As long as doing a database dump is idempotent and doesn't change the database, I think GET is most appropriate regardless of the number of options. Are you aware of a way in which a database dump would change the database? --Dobesv (talk) 17:03, 2 September 2013 (UTC)


URL: /databases/:database_name

GET with Accept returns a dump of the database. Query parameters:

With appropriate query parameters might be usable to get a pg_dump of the database.

CR: IMO A GET should return a JSON response showing the database info and a list of its schema, with query params to add/remove detail, eg:

GET /db/mydbname

... response ...

   'type' : 'database',
   'name' : 'mydbname',
   'owner' : 'joebloggs',
   'children' : ['schemas/public', 'schemas/pg_catalog', 'schemas/myschema']

Note that 'children' should always be URIs, in which case schema names will have to have / signs URI-encoded, eg "my/schema/name" becomes "my%2Fschema%2Fname" and thus "schemas/my%2Fschema%2Fname". Ugly, but we can always have another key named eg 'schemas' with non-escaped names; the most important thing is that the 'children' key always contain valid relative URIs for traversing the database structure.

I don't think pg_dump should be a GET, I think it is an RPC op and should be a response to a POST like for example:

POST /db/mydbname?dump
  'schema_only' : false,
  'inserts' : true

An accept header to select pg_dump isn't enough because of the different ways people need to run dumps.

It seems easier to pass the options as URL query parameters rather than in a JSON body, to me. And POST would imply creation of an object, or at least database modification, which I don't think a dump is. --Dobesv (talk) 17:03, 2 September 2013 (UTC)

Querying a Database

URL: /databases/:database_name/query

RPC endpoint for SQL queries on this database. POST SQL, get a response in a format according to the Accept header. Uses the default schema for the database, or can change schemas in the SQL.

CR: Consider wrapping the SQL in JSON to allow out-of-line query parameters, per-query GUC settings, etc. Think:

POST /mydb/query
   type: 'sqlquery',
   query : 'SELECT * FROM mytable WHERE userid = :userid',
   params : {
       'userid' : ['integer', 400]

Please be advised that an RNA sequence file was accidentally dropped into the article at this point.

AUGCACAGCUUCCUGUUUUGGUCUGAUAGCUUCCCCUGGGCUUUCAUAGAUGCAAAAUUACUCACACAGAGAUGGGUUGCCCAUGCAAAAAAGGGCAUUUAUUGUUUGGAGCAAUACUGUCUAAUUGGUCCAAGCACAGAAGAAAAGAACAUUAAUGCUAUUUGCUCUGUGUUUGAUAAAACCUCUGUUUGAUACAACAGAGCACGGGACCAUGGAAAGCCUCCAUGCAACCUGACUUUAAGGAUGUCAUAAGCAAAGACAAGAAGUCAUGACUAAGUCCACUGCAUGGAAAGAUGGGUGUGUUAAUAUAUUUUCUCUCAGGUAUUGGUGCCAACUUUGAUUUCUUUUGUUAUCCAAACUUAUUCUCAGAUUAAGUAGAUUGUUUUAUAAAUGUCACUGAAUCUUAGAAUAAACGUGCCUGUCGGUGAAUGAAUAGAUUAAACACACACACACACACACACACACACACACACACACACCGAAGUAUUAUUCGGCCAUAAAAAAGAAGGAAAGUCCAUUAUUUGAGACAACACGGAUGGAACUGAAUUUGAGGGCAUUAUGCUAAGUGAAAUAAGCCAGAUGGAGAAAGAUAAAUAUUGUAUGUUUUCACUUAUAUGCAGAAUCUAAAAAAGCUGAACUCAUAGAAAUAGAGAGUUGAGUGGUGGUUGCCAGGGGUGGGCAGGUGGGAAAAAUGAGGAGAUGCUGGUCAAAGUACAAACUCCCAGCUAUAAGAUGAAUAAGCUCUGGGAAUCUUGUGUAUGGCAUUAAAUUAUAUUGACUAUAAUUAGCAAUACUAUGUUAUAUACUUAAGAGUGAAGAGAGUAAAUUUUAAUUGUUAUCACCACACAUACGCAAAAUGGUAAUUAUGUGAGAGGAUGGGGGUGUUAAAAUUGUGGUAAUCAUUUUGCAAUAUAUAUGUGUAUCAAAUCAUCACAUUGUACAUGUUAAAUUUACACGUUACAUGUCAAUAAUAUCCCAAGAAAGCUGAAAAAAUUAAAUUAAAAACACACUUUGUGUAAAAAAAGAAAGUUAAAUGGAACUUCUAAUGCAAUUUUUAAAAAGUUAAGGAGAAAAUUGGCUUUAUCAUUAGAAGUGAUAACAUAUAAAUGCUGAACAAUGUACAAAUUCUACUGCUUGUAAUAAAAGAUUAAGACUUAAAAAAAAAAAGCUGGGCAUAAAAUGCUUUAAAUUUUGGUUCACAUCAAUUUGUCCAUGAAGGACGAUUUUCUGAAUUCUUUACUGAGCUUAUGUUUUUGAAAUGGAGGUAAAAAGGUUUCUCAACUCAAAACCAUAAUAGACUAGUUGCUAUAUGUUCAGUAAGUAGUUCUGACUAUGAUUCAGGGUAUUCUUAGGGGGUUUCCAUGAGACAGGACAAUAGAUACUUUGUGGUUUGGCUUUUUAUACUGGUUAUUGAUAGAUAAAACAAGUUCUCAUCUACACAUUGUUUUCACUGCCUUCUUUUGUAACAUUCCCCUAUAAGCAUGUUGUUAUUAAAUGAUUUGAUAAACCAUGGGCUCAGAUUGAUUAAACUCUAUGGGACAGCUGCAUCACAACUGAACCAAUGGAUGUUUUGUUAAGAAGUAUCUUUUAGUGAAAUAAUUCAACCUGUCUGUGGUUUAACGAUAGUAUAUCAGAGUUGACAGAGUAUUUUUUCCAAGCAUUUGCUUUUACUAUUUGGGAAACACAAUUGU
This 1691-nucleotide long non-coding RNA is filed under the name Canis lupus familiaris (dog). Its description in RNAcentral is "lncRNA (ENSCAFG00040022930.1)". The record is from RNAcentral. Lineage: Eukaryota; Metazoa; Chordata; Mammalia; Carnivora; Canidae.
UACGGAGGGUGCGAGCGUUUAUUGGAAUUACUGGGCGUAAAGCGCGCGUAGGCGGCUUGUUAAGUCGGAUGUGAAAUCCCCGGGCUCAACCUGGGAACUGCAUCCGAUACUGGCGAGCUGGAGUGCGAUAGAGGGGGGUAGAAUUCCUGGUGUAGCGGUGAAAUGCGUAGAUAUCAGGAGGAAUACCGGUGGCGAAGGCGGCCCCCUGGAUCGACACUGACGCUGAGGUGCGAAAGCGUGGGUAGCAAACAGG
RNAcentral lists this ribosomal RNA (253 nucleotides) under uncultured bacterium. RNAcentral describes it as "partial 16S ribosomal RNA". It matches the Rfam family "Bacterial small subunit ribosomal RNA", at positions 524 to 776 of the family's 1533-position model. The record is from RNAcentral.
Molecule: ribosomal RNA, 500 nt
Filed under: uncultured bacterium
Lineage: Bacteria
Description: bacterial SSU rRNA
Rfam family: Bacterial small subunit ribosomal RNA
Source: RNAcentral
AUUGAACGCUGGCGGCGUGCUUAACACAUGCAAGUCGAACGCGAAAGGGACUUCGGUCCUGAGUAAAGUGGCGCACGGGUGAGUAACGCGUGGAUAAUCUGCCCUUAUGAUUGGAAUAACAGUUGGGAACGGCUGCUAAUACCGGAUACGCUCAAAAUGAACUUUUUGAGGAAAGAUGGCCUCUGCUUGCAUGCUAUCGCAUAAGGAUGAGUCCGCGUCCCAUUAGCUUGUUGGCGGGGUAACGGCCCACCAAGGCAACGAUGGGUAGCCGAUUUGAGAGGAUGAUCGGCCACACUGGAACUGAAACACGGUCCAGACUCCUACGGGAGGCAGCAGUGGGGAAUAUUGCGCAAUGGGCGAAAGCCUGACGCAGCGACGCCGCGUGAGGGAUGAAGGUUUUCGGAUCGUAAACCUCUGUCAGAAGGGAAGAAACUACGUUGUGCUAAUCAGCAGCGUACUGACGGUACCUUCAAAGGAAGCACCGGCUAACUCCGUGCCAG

query_gucs : {
       'work_mem' : '1M',
       'statement_timeout' : 5000,
       'search_path' : 'public,myschema'

Personally I don't think raw SQL should be accepted as a POST at all, it should *have* to be in a JSON container. Very slightly slower, but lots more flexible, and the HTTP interface is quite likely going to be out-of-process anyway.

That's useful as an option, but I think accepting straight SQL will be of use to people more often. I don't know how often people attach those options to their SQL queries. --Dobesv (talk) 17:03, 2 September 2013 (UTC)


URL: /databases/:database_name/schemas/:schema_name

GET returns the DDL schema definition of the schema

CR: Totally against GET returning the DDL. Should return descriptive JSON with schema info and children. For SQL DDL should probably be GET with an accept header or even RPC-style POST with params. See above discussion of API consistency for why I think GET returning SQL here is bad.

Query using a Schema

URL: /databases/:database_name/schemas/:schema_name/query

RPC endpoint for SQL queries using this schema as the default. POST SQL and get a response in a format according to the Accept header.

CR: Given that schemas in Pg are a search path, what exactly would this mean? Set search_path to "theschema,pg_catalog" ? just prepend "theschema" ? I wonder if querying under /schemas is needed at all, or if it's better satisfied by passing a search_path GUC to queries at the database level, as above.

I guess I don't really know. What do tools like pgAdmin usually do when you browse into a schema and run some SQL? --Dobesv (talk) 17:06, 2 September 2013 (UTC)


URL: /databases/:database_name/schemas/:schema_name/tables/:table_name

GET returns the DDL for the table (and optionally indexes if query parameter.

PUT to provide a new DDL

CR: GET should return *descriptive* info, not SQL DDL that's a horrific nightmare to parse for anything useful. Maybe accept header for SQL, or a POST to request it. GET should respond, eg:

    type : 'table',
    name : 'thetablename',
    owner : 'freddy',
    database: 'mydb',
    schema: 'public',
    tablespace: 'default',
    children: [ 
        'columns/id', 'columns/username',
    columns : {
       id: { index: 0, type: 'integer', default: 'nextval(\'thetablename_id_seq\')', nullable: false },
       username: { index: 1, type: 'text', nullable: true },
    indexes : {